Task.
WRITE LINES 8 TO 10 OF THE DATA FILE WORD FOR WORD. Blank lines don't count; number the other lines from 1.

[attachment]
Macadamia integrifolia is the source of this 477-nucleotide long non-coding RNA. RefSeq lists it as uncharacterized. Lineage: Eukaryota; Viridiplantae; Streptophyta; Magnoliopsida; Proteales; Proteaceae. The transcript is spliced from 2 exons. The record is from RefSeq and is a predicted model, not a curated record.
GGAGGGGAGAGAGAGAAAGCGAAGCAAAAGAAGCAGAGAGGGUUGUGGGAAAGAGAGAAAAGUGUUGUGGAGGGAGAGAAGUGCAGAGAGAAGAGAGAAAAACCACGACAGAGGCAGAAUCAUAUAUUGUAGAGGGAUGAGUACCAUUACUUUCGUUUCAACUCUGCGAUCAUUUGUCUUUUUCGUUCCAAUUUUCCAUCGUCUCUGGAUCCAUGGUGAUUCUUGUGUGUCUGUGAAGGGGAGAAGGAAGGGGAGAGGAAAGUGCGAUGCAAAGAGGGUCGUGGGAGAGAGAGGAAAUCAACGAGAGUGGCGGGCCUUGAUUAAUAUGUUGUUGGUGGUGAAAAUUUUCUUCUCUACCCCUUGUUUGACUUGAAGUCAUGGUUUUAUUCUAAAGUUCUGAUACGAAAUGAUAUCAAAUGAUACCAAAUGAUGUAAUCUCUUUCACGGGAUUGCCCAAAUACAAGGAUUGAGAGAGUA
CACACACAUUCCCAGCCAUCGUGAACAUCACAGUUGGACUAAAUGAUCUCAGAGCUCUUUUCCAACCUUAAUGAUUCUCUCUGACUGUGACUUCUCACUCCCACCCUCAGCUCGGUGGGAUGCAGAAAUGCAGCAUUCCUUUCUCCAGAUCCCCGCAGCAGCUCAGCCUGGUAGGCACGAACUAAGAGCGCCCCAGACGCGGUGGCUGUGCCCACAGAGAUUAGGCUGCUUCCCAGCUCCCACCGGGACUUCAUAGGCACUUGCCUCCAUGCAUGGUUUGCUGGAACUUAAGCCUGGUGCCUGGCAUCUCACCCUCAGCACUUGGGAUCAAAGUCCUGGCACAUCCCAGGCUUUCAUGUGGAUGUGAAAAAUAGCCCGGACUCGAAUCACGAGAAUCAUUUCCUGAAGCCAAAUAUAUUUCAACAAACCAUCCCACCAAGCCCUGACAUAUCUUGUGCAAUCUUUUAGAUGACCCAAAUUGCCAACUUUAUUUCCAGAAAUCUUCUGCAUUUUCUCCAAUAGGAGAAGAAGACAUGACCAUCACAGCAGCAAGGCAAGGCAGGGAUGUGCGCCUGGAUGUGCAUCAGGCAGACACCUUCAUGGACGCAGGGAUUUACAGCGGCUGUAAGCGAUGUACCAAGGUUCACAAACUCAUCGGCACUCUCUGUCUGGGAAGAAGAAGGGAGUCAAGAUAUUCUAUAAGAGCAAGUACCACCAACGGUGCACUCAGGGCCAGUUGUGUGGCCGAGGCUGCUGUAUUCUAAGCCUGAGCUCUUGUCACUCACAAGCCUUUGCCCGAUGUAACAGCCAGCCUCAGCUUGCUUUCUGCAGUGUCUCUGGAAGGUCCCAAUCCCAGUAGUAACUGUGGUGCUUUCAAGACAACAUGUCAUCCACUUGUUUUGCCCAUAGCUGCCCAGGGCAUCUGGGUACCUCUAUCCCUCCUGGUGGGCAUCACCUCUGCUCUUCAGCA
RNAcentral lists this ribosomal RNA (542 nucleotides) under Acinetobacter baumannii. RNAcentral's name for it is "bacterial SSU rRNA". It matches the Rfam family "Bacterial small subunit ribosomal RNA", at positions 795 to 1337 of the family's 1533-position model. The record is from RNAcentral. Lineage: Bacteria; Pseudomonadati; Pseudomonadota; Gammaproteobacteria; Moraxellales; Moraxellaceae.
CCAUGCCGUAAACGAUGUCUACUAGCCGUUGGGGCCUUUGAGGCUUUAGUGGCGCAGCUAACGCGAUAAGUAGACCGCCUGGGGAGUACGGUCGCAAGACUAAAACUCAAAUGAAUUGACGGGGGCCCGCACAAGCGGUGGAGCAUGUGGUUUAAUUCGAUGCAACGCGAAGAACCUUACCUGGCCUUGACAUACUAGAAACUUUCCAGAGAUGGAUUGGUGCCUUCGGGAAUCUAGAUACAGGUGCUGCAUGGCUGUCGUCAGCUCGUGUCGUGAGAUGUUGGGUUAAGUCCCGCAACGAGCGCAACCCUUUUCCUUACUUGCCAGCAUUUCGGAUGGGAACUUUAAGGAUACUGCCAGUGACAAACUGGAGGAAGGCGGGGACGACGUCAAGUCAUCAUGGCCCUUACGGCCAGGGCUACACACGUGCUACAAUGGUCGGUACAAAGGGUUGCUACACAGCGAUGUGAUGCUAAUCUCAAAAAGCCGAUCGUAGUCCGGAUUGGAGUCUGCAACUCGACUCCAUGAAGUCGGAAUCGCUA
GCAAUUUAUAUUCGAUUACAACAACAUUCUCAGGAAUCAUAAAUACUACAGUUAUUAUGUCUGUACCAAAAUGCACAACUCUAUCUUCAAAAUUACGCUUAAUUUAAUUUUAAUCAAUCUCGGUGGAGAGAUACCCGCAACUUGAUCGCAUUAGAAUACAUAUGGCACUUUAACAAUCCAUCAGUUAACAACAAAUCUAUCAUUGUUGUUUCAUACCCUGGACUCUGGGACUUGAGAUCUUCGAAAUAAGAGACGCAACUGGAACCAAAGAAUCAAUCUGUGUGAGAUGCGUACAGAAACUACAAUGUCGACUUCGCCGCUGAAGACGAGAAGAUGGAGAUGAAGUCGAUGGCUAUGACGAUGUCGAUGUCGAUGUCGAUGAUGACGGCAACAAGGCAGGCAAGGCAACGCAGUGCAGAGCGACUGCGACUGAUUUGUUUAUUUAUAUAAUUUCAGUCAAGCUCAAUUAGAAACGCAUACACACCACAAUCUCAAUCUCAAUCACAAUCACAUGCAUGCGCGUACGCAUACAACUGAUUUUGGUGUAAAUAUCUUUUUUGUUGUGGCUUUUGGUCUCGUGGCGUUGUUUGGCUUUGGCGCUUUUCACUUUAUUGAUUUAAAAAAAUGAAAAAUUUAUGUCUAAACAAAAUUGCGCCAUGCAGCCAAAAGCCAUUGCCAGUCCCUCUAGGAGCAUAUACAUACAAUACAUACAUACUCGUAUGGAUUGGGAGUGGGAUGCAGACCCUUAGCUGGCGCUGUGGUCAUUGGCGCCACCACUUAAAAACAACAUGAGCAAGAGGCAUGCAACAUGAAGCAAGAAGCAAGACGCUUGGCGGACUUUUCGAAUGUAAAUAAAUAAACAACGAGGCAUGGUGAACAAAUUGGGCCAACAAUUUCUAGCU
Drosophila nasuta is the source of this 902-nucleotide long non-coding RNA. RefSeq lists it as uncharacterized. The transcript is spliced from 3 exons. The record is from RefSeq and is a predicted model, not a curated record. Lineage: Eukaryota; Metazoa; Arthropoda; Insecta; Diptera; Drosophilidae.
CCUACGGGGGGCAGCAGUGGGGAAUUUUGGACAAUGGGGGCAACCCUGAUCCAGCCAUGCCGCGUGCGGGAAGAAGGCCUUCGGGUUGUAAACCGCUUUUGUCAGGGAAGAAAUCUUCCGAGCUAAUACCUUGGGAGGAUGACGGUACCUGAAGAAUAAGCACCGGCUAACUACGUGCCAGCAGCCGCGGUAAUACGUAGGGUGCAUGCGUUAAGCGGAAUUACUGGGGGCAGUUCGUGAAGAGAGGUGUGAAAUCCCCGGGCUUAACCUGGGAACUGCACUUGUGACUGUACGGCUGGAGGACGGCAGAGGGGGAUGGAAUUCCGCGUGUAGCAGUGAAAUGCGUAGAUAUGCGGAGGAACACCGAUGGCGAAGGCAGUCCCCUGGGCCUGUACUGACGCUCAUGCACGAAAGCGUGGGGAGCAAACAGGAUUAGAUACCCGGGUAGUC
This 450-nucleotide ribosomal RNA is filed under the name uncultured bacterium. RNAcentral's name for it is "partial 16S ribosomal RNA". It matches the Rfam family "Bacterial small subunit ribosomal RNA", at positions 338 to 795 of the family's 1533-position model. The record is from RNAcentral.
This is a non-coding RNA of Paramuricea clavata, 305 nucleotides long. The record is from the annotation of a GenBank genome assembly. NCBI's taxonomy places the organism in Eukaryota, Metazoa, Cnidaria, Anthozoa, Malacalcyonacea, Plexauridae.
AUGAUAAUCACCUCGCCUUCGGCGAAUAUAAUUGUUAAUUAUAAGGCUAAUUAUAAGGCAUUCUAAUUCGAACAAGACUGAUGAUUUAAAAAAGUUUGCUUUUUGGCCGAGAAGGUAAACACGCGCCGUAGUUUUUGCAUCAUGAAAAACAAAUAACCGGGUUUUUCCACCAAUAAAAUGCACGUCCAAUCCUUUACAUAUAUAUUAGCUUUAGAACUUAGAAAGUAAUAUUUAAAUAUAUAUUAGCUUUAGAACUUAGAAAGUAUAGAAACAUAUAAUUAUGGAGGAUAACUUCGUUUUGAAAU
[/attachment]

CCUACGGGGGGCAGCAGUGGGGAAUUUUGGACAAUGGGGGCAACCCUGAUCCAGCCAUGCCGCGUGCGGGAAGAAGGCCUUCGGGUUGUAAACCGCUUUUGUCAGGGAAGAAAUCUUCCGAGCUAAUACCUUGGGAGGAUGACGGUACCUGAAGAAUAAGCACCGGCUAACUACGUGCCAGCAGCCGCGGUAAUACGUAGGGUGCAUGCGUUAAGCGGAAUUACUGGGGGCAGUUCGUGAAGAGAGGUGUGAAAUCCCCGGGCUUAACCUGGGAACUGCACUUGUGACUGUACGGCUGGAGGACGGCAGAGGGGGAUGGAAUUCCGCGUGUAGCAGUGAAAUGCGUAGAUAUGCGGAGGAACACCGAUGGCGAAGGCAGUCCCCUGGGCCUGUACUGACGCUCAUGCACGAAAGCGUGGGGAGCAAACAGGAUUAGAUACCCGGGUAGUC
This 450-nucleotide ribosomal RNA is filed under the name uncultured bacterium. RNAcentral's name for it is "partial 16S ribosomal RNA". It matches the Rfam family "Bacterial small subunit ribosomal RNA", at positions 338 to 795 of the family's 1533-position model. The record is from RNAcentral.
This is a non-coding RNA of Paramuricea clavata, 305 nucleotides long. The record is from the annotation of a GenBank genome assembly. NCBI's taxonomy places the organism in Eukaryota, Metazoa, Cnidaria, Anthozoa, Malacalcyonacea, Plexauridae.